I wrote the blog post Sweets for Diabetes Sisters 3 years ago, and it’s amazing to me how patterns in life are repeated. I wrote about how my son Miles, who is now 7 1/2 years old, was a sugar fanatic.
My son Miles loves sweets. He loves doughnuts, ice cream, cookies and candy. When he wakes up in the morning, the first thing he asks for is chocolate milk. The only way I can get him to eat his vegetables at lunch and dinner is with a promise of dessert. Mealtime with Miles is a source of constant frustration and sometimes, after I put his plate of lunch in front of him, I leave the room to give myself a “time out.” There have been too many meals that end up with me yelling and wanting to scream because I can’t get him to eat.
Now it’s my youngest son Reid who is a sugar freak. Like Miles, he loves doughnuts, lollipops, cookies, chocolate Goldfish and even my dark chocolate. He’ll eat a banana every now and then but I can’t get him to eat a vegetable to save my life and it makes me crazy. I feel like a bad mom. I worry about his future (rotten teeth, obesity etc.) and I have no one to blame but myself. I do the grocery shopping. I am the one who drives my boys to Krispy Kreme. I am the one who asks for a lollipop at the bank drive through. Reid is our third child so why didn’t I learn anything from my experience with Miles?
It’s because food is more than just food to me. It’s because after living with diabetes for 26 years, sweets equal (some sort of warped) freedom. I can’t say yes to doughnuts, cookies, lollipops, ice cream and chocolate Goldfish so I say yes to my boys.
I’ve been trained to believe that sugar is bad. For 23 years, I’ve denied myself sugar, I’ve buried my enjoyment of sweets, ice cream, cookies and chocolate milk, because it’s easier to say no than to risk a high blood sugar. I lived for years thinking about food as a science, a system of rewards and punishments rather than a source of pleasure. Whenever I was low, I could “reward” myself with a glass of chocolate milk or a couple handfuls of Skittles and when I was high, as a result of eating pizza, or not giving enough insulin, I was “punished” and had to give an extra shot or wait to eat even when I was hungry.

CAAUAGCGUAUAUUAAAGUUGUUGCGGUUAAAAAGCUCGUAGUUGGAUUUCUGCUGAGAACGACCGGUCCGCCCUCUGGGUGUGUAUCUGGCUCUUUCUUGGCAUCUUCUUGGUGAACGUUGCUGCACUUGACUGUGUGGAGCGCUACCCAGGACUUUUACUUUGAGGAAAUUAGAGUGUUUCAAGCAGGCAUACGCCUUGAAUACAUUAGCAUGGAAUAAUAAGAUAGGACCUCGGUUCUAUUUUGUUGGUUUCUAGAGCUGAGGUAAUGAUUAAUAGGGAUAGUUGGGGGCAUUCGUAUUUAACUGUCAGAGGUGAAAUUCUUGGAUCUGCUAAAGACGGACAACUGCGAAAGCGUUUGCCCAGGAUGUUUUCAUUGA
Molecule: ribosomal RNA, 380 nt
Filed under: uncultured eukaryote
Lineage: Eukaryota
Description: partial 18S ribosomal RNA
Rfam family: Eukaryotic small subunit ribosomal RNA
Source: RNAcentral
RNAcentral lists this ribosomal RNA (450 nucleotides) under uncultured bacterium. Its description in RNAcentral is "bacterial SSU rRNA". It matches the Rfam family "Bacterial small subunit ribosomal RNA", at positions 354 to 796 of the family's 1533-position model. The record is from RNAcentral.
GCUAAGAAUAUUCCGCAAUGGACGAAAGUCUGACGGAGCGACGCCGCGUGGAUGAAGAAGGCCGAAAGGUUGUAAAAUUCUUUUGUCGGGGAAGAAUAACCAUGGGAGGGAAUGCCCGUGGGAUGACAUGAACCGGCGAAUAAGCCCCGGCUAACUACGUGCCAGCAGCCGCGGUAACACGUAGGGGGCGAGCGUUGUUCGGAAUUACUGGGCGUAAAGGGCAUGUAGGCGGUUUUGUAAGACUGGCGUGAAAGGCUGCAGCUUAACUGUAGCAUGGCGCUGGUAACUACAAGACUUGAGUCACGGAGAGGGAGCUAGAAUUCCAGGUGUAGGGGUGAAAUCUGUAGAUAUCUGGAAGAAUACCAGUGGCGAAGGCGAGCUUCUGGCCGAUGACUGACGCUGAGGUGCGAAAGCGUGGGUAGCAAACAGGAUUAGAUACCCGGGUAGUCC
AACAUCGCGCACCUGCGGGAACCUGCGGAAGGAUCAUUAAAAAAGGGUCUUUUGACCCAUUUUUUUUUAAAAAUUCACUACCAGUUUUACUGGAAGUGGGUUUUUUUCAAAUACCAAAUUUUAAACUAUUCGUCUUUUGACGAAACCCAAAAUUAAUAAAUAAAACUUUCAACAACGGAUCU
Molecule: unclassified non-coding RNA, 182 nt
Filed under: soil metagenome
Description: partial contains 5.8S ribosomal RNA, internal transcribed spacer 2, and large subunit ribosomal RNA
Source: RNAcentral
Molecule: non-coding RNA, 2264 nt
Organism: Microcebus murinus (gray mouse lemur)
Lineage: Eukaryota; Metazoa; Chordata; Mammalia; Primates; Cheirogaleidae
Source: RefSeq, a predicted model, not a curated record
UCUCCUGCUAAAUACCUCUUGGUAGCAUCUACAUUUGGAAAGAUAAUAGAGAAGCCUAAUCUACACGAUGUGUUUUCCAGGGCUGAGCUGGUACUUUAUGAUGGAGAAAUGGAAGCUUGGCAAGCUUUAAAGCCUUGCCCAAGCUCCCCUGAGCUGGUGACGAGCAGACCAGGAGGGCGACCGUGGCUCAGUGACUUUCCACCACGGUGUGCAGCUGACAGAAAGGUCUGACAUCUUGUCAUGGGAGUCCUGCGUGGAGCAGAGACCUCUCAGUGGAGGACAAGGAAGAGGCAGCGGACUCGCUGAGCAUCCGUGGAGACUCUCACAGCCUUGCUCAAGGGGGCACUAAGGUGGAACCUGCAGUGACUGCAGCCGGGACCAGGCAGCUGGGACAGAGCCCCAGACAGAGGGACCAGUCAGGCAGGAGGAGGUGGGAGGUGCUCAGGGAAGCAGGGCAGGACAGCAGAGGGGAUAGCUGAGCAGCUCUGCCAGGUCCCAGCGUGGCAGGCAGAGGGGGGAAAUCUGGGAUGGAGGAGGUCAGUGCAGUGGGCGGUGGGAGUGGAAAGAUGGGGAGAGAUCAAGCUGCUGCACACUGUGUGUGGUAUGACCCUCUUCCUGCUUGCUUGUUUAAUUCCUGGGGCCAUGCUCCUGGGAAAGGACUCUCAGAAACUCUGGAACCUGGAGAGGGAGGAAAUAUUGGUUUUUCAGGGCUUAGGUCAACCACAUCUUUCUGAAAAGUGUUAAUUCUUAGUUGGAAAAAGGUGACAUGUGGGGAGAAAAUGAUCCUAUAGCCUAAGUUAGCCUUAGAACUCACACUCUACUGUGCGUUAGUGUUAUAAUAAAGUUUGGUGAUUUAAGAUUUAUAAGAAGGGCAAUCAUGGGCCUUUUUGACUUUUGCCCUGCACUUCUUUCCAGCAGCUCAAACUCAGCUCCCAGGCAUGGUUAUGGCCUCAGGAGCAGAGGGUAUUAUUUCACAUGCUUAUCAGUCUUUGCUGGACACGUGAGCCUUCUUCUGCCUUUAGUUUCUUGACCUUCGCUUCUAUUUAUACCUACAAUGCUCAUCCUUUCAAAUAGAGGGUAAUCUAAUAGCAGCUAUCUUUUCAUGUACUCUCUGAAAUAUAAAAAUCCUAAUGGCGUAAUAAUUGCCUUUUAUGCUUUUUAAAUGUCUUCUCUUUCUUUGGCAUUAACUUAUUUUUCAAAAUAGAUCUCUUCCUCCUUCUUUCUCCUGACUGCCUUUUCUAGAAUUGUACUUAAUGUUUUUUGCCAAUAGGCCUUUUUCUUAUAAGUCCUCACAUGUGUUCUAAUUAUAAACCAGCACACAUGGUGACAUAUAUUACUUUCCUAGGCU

I remember one time when I was first diagnosed at 14 years old and some kid at school telling me that I got diabetes because I must have eaten too much sugar when I was younger. That’s what his grandmother had told him, she had the “sugar diabetes.” I knew he was wrong but still, it stayed with me. I thought about it every time my friends drank a milkshake while I drank a diet coke, every time they grabbed a treat from the candy aisle after a field hockey game while I stood back and watched. Restricted, deprived and punished, that’s how I felt about food. So it scares me when my youngest son refuses to eat balanced meals, begs for sweets and doesn’t seem to understand the word, “no” a word branded in my brain when it comes to food. I know I probably sound uptight to many of you and I hope that years from now I’ll look back on this stage and say, “remember when….” I hope that the web of this disease does not stretch its arms out into my children. I hope I can learn to put aside my own complex layers of food issues so that food can remain a source of both nourishment and pleasure for my children.
Obviously I have not learned to put aside my own complex food issues when it comes to feeding my children. I’m closer, but I don’t know that I will ever have a easy relationship with food. Ironically, Miles declared himself a vegetarian this year. When I explained to him that vegetarians ate mostly vegetables, he rethought his decision and said maybe he would be a “fruititarian.”
We still have plenty of sugar in our house but we also have a lot of fruit, and a lot of veggies (thanks to the local CSA). Miles still likes sugar, but he is the first one to finish the broccoli and carrots on his plate. There is hope for Reid.